The Maine Principals’ Association held its annual spring business meeting virtually on Wednesday, with the members approving an array of classification changes in high school sports for the next two school years.

Football will undergo the most dramatic shift. Not only are 26 schools expected to play eight-man football, up from 10 in the inaugural 2019 season, but for the first time schools are allowed to petition to play in a lower enrollment class for safety reasons and still be eligible for the postseason. Previously, and in all other MPA sports, if a team played “down” in class, it was ineligible for playoffs. The change was intended to take place for the 2020 season, but tackle football was not held because of the pandemic.

“We’re piloting an idea of allowing schools to adjust down for safety purposes,” said Mike Bisson, the MPA’s assistant executive director, noting the schools had to provide justification for the shift and be approved by the MPA’s Football Committee.

Seven schools have been approved to play in a lower football class in 2021. Westbrook/Waynflete, Hampden Academy and Gardiner will move from Class B to Class C, with Gardiner shifting from the North to the South region; Freeport, Poland and John Bapst will shift to the single-region Class D from Class C; and Houlton/Hodgdon will be allowed to move from large-school eight-man football to the small-school league.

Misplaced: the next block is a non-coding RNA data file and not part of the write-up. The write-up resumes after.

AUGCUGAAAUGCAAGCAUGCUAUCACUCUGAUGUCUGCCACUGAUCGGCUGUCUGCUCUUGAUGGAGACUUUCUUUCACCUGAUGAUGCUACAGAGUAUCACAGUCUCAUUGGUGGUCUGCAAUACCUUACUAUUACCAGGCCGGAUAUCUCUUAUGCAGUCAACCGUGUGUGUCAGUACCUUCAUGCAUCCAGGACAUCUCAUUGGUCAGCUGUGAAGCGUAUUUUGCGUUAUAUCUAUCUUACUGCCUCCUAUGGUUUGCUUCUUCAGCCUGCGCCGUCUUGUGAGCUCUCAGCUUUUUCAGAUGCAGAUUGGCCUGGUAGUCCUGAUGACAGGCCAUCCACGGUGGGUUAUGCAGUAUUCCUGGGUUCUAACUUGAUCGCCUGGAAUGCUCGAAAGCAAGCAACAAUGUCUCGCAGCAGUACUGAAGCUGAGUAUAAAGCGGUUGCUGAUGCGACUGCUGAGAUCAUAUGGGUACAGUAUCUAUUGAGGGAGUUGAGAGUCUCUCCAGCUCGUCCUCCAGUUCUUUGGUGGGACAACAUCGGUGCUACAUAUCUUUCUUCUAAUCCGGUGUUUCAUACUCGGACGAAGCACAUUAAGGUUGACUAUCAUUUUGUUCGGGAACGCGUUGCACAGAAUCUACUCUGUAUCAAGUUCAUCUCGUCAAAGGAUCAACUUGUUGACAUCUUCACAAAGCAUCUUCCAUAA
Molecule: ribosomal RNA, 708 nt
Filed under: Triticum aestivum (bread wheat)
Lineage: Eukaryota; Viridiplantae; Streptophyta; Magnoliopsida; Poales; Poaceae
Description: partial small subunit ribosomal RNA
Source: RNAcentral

Those changes all hinge on tackle football being approved for the fall.

“Know that we will continue to work to offer a tackle football season, but as we sit her today it is considered high risk and not given the go-ahead for the fall season,” Mike Burnham, the MPA’s executive director, told members at the meeting.

Other notable items to come out of the meeting included:

•  Because of declining enrollment, Cony will move from Class A to Class B, and Maine Central Institute from Class B to C, in cross country, field hockey, golf, soccer, baseball, softball and tennis. Cony has gone from 673 to 630 students. MCI has dropped from 433 to 334.

•  An ad-hoc committee to study classification for basketball will be formed, with representation from each league, the coaches and athletic directors associations, and tournament site directors, with a goal of recommending to the Basketball Committee whether the sport should stick with five classes, revert to four classes, or possibly add a sixth class.

•  Basketball did not change its enrollment break number, but several schools will move because of changing enrollment. With an extra 31 students, Hampden Academy gets pushed into AA North. Freeport will move from Class B to Class A, while York and Medomak Valley shift from Class A to Class B.


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